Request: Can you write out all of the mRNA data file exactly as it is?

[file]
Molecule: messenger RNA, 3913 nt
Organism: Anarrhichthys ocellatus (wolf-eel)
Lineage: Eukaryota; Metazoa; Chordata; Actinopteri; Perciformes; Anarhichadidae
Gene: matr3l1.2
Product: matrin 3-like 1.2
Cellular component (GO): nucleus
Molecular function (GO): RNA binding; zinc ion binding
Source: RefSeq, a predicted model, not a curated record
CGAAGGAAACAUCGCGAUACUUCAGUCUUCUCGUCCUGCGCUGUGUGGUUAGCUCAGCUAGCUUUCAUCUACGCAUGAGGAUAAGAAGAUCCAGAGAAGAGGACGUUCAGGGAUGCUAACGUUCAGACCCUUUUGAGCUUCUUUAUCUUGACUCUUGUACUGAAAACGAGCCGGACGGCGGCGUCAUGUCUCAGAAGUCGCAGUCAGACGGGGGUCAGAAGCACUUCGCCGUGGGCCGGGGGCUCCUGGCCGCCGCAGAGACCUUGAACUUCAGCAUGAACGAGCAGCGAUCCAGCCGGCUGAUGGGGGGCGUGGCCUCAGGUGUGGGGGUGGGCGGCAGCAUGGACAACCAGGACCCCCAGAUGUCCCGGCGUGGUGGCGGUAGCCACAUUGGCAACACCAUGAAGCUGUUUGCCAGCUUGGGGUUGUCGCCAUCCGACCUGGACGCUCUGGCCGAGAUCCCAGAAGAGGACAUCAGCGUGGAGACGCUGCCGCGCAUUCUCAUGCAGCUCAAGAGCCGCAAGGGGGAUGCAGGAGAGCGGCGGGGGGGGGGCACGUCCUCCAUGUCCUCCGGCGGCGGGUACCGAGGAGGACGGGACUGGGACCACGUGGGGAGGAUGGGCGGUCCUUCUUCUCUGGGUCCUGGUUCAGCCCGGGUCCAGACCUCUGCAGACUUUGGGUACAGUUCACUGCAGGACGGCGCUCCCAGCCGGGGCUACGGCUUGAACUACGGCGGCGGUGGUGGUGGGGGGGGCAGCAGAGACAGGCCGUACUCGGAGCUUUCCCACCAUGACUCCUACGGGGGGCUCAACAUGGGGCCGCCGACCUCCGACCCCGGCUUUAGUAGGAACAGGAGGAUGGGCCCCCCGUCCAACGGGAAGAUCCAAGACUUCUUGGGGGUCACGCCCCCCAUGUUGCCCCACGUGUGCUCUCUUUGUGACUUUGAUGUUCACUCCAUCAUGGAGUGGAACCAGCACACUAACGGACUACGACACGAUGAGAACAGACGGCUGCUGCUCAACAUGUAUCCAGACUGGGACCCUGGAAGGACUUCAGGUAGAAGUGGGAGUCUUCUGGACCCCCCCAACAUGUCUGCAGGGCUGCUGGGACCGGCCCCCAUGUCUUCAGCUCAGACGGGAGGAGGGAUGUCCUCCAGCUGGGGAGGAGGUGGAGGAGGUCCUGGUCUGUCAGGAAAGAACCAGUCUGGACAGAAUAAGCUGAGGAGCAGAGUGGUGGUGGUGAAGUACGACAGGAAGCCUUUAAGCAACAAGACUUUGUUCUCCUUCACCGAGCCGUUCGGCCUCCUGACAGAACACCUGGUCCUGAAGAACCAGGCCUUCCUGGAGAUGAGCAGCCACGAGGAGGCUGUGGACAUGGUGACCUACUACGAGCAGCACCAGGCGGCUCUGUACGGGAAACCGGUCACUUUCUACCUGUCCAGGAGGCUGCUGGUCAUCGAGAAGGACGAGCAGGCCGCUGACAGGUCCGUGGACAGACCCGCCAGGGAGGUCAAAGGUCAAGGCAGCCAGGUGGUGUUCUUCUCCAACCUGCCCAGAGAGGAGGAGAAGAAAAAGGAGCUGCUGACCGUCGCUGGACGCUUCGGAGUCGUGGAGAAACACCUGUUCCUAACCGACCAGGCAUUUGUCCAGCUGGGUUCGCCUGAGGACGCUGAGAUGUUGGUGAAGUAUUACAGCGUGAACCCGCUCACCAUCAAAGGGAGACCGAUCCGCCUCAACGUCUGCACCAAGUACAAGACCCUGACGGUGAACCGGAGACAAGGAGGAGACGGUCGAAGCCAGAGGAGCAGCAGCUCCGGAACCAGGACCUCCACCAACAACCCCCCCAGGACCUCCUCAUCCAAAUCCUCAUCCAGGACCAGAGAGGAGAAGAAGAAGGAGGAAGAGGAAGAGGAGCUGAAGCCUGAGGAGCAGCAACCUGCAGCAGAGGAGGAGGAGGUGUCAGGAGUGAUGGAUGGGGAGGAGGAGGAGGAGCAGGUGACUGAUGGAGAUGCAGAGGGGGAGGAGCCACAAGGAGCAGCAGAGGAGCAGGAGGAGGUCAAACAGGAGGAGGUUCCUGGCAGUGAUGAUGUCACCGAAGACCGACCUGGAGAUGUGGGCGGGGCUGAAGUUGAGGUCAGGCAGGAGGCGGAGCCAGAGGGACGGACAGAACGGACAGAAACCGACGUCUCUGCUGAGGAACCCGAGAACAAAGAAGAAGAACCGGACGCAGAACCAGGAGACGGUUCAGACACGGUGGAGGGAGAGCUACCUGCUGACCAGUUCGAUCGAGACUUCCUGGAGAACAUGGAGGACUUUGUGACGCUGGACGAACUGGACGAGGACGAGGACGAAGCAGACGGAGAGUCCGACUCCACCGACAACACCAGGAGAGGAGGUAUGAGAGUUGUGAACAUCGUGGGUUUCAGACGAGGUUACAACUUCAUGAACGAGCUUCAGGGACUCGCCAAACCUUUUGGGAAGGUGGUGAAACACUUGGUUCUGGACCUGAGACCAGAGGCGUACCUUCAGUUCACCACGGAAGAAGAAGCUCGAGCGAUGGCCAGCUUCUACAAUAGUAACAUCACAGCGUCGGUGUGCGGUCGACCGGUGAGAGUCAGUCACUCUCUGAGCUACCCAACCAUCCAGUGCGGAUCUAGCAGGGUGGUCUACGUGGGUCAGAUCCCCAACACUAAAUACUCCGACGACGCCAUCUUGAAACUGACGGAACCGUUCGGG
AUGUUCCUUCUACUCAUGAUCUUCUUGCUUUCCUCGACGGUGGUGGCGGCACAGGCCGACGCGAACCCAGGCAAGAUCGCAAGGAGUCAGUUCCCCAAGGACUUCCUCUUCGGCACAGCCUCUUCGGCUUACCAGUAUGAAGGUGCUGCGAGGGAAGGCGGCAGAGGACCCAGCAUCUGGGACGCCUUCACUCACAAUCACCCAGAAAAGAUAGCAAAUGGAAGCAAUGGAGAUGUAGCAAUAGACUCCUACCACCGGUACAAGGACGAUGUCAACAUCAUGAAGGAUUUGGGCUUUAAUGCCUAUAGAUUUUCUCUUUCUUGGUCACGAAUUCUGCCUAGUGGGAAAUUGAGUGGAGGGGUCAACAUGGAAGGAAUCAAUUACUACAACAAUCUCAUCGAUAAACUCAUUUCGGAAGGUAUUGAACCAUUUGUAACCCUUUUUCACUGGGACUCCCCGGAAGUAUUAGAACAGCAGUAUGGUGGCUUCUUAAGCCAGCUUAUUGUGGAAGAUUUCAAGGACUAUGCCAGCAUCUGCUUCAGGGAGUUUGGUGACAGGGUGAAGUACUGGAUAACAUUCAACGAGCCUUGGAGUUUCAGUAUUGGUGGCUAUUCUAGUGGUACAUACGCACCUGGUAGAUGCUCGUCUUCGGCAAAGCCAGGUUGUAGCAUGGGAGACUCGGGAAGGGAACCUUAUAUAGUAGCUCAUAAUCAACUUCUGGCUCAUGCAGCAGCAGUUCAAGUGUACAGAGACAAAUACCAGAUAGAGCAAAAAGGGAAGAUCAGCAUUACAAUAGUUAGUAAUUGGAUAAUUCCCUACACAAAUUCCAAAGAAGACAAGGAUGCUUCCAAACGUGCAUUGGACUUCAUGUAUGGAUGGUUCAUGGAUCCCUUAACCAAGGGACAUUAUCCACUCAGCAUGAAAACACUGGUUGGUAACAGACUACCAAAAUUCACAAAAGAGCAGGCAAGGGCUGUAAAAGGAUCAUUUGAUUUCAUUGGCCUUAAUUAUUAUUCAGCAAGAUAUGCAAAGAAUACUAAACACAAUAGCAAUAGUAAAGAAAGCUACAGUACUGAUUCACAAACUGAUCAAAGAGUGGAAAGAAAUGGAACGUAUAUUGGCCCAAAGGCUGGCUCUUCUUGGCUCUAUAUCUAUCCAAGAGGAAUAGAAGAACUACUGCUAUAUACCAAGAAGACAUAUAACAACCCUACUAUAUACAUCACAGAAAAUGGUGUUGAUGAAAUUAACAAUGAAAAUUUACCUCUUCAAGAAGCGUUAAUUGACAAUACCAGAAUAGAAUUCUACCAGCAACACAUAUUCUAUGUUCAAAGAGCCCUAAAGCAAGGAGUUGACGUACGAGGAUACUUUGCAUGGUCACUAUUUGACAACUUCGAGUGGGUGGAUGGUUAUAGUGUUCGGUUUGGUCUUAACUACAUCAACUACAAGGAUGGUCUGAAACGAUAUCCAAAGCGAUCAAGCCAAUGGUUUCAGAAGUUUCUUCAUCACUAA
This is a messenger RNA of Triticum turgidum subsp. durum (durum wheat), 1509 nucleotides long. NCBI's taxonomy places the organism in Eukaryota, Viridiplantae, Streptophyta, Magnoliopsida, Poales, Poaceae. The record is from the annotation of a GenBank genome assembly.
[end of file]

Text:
Molecule: messenger RNA, 3913 nt
Organism: Anarrhichthys ocellatus (wolf-eel)
Lineage: Eukaryota; Metazoa; Chordata; Actinopteri; Perciformes; Anarhichadidae
Gene: matr3l1.2
Product: matrin 3-like 1.2
Cellular component (GO): nucleus
Molecular function (GO): RNA binding; zinc ion binding
Source: RefSeq, a predicted model, not a curated record
CGAAGGAAACAUCGCGAUACUUCAGUCUUCUCGUCCUGCGCUGUGUGGUUAGCUCAGCUAGCUUUCAUCUACGCAUGAGGAUAAGAAGAUCCAGAGAAGAGGACGUUCAGGGAUGCUAACGUUCAGACCCUUUUGAGCUUCUUUAUCUUGACUCUUGUACUGAAAACGAGCCGGACGGCGGCGUCAUGUCUCAGAAGUCGCAGUCAGACGGGGGUCAGAAGCACUUCGCCGUGGGCCGGGGGCUCCUGGCCGCCGCAGAGACCUUGAACUUCAGCAUGAACGAGCAGCGAUCCAGCCGGCUGAUGGGGGGCGUGGCCUCAGGUGUGGGGGUGGGCGGCAGCAUGGACAACCAGGACCCCCAGAUGUCCCGGCGUGGUGGCGGUAGCCACAUUGGCAACACCAUGAAGCUGUUUGCCAGCUUGGGGUUGUCGCCAUCCGACCUGGACGCUCUGGCCGAGAUCCCAGAAGAGGACAUCAGCGUGGAGACGCUGCCGCGCAUUCUCAUGCAGCUCAAGAGCCGCAAGGGGGAUGCAGGAGAGCGGCGGGGGGGGGGCACGUCCUCCAUGUCCUCCGGCGGCGGGUACCGAGGAGGACGGGACUGGGACCACGUGGGGAGGAUGGGCGGUCCUUCUUCUCUGGGUCCUGGUUCAGCCCGGGUCCAGACCUCUGCAGACUUUGGGUACAGUUCACUGCAGGACGGCGCUCCCAGCCGGGGCUACGGCUUGAACUACGGCGGCGGUGGUGGUGGGGGGGGCAGCAGAGACAGGCCGUACUCGGAGCUUUCCCACCAUGACUCCUACGGGGGGCUCAACAUGGGGCCGCCGACCUCCGACCCCGGCUUUAGUAGGAACAGGAGGAUGGGCCCCCCGUCCAACGGGAAGAUCCAAGACUUCUUGGGGGUCACGCCCCCCAUGUUGCCCCACGUGUGCUCUCUUUGUGACUUUGAUGUUCACUCCAUCAUGGAGUGGAACCAGCACACUAACGGACUACGACACGAUGAGAACAGACGGCUGCUGCUCAACAUGUAUCCAGACUGGGACCCUGGAAGGACUUCAGGUAGAAGUGGGAGUCUUCUGGACCCCCCCAACAUGUCUGCAGGGCUGCUGGGACCGGCCCCCAUGUCUUCAGCUCAGACGGGAGGAGGGAUGUCCUCCAGCUGGGGAGGAGGUGGAGGAGGUCCUGGUCUGUCAGGAAAGAACCAGUCUGGACAGAAUAAGCUGAGGAGCAGAGUGGUGGUGGUGAAGUACGACAGGAAGCCUUUAAGCAACAAGACUUUGUUCUCCUUCACCGAGCCGUUCGGCCUCCUGACAGAACACCUGGUCCUGAAGAACCAGGCCUUCCUGGAGAUGAGCAGCCACGAGGAGGCUGUGGACAUGGUGACCUACUACGAGCAGCACCAGGCGGCUCUGUACGGGAAACCGGUCACUUUCUACCUGUCCAGGAGGCUGCUGGUCAUCGAGAAGGACGAGCAGGCCGCUGACAGGUCCGUGGACAGACCCGCCAGGGAGGUCAAAGGUCAAGGCAGCCAGGUGGUGUUCUUCUCCAACCUGCCCAGAGAGGAGGAGAAGAAAAAGGAGCUGCUGACCGUCGCUGGACGCUUCGGAGUCGUGGAGAAACACCUGUUCCUAACCGACCAGGCAUUUGUCCAGCUGGGUUCGCCUGAGGACGCUGAGAUGUUGGUGAAGUAUUACAGCGUGAACCCGCUCACCAUCAAAGGGAGACCGAUCCGCCUCAACGUCUGCACCAAGUACAAGACCCUGACGGUGAACCGGAGACAAGGAGGAGACGGUCGAAGCCAGAGGAGCAGCAGCUCCGGAACCAGGACCUCCACCAACAACCCCCCCAGGACCUCCUCAUCCAAAUCCUCAUCCAGGACCAGAGAGGAGAAGAAGAAGGAGGAAGAGGAAGAGGAGCUGAAGCCUGAGGAGCAGCAACCUGCAGCAGAGGAGGAGGAGGUGUCAGGAGUGAUGGAUGGGGAGGAGGAGGAGGAGCAGGUGACUGAUGGAGAUGCAGAGGGGGAGGAGCCACAAGGAGCAGCAGAGGAGCAGGAGGAGGUCAAACAGGAGGAGGUUCCUGGCAGUGAUGAUGUCACCGAAGACCGACCUGGAGAUGUGGGCGGGGCUGAAGUUGAGGUCAGGCAGGAGGCGGAGCCAGAGGGACGGACAGAACGGACAGAAACCGACGUCUCUGCUGAGGAACCCGAGAACAAAGAAGAAGAACCGGACGCAGAACCAGGAGACGGUUCAGACACGGUGGAGGGAGAGCUACCUGCUGACCAGUUCGAUCGAGACUUCCUGGAGAACAUGGAGGACUUUGUGACGCUGGACGAACUGGACGAGGACGAGGACGAAGCAGACGGAGAGUCCGACUCCACCGACAACACCAGGAGAGGAGGUAUGAGAGUUGUGAACAUCGUGGGUUUCAGACGAGGUUACAACUUCAUGAACGAGCUUCAGGGACUCGCCAAACCUUUUGGGAAGGUGGUGAAACACUUGGUUCUGGACCUGAGACCAGAGGCGUACCUUCAGUUCACCACGGAAGAAGAAGCUCGAGCGAUGGCCAGCUUCUACAAUAGUAACAUCACAGCGUCGGUGUGCGGUCGACCGGUGAGAGUCAGUCACUCUCUGAGCUACCCAACCAUCCAGUGCGGAUCUAGCAGGGUGGUCUACGUGGGUCAGAUCCCCAACACUAAAUACUCCGACGACGCCAUCUUGAAACUGACGGAACCGUUCGGG
AUGUUCCUUCUACUCAUGAUCUUCUUGCUUUCCUCGACGGUGGUGGCGGCACAGGCCGACGCGAACCCAGGCAAGAUCGCAAGGAGUCAGUUCCCCAAGGACUUCCUCUUCGGCACAGCCUCUUCGGCUUACCAGUAUGAAGGUGCUGCGAGGGAAGGCGGCAGAGGACCCAGCAUCUGGGACGCCUUCACUCACAAUCACCCAGAAAAGAUAGCAAAUGGAAGCAAUGGAGAUGUAGCAAUAGACUCCUACCACCGGUACAAGGACGAUGUCAACAUCAUGAAGGAUUUGGGCUUUAAUGCCUAUAGAUUUUCUCUUUCUUGGUCACGAAUUCUGCCUAGUGGGAAAUUGAGUGGAGGGGUCAACAUGGAAGGAAUCAAUUACUACAACAAUCUCAUCGAUAAACUCAUUUCGGAAGGUAUUGAACCAUUUGUAACCCUUUUUCACUGGGACUCCCCGGAAGUAUUAGAACAGCAGUAUGGUGGCUUCUUAAGCCAGCUUAUUGUGGAAGAUUUCAAGGACUAUGCCAGCAUCUGCUUCAGGGAGUUUGGUGACAGGGUGAAGUACUGGAUAACAUUCAACGAGCCUUGGAGUUUCAGUAUUGGUGGCUAUUCUAGUGGUACAUACGCACCUGGUAGAUGCUCGUCUUCGGCAAAGCCAGGUUGUAGCAUGGGAGACUCGGGAAGGGAACCUUAUAUAGUAGCUCAUAAUCAACUUCUGGCUCAUGCAGCAGCAGUUCAAGUGUACAGAGACAAAUACCAGAUAGAGCAAAAAGGGAAGAUCAGCAUUACAAUAGUUAGUAAUUGGAUAAUUCCCUACACAAAUUCCAAAGAAGACAAGGAUGCUUCCAAACGUGCAUUGGACUUCAUGUAUGGAUGGUUCAUGGAUCCCUUAACCAAGGGACAUUAUCCACUCAGCAUGAAAACACUGGUUGGUAACAGACUACCAAAAUUCACAAAAGAGCAGGCAAGGGCUGUAAAAGGAUCAUUUGAUUUCAUUGGCCUUAAUUAUUAUUCAGCAAGAUAUGCAAAGAAUACUAAACACAAUAGCAAUAGUAAAGAAAGCUACAGUACUGAUUCACAAACUGAUCAAAGAGUGGAAAGAAAUGGAACGUAUAUUGGCCCAAAGGCUGGCUCUUCUUGGCUCUAUAUCUAUCCAAGAGGAAUAGAAGAACUACUGCUAUAUACCAAGAAGACAUAUAACAACCCUACUAUAUACAUCACAGAAAAUGGUGUUGAUGAAAUUAACAAUGAAAAUUUACCUCUUCAAGAAGCGUUAAUUGACAAUACCAGAAUAGAAUUCUACCAGCAACACAUAUUCUAUGUUCAAAGAGCCCUAAAGCAAGGAGUUGACGUACGAGGAUACUUUGCAUGGUCACUAUUUGACAACUUCGAGUGGGUGGAUGGUUAUAGUGUUCGGUUUGGUCUUAACUACAUCAACUACAAGGAUGGUCUGAAACGAUAUCCAAAGCGAUCAAGCCAAUGGUUUCAGAAGUUUCUUCAUCACUAA
This is a messenger RNA of Triticum turgidum subsp. durum (durum wheat), 1509 nucleotides long. NCBI's taxonomy places the organism in Eukaryota, Viridiplantae, Streptophyta, Magnoliopsida, Poales, Poaceae. The record is from the annotation of a GenBank genome assembly.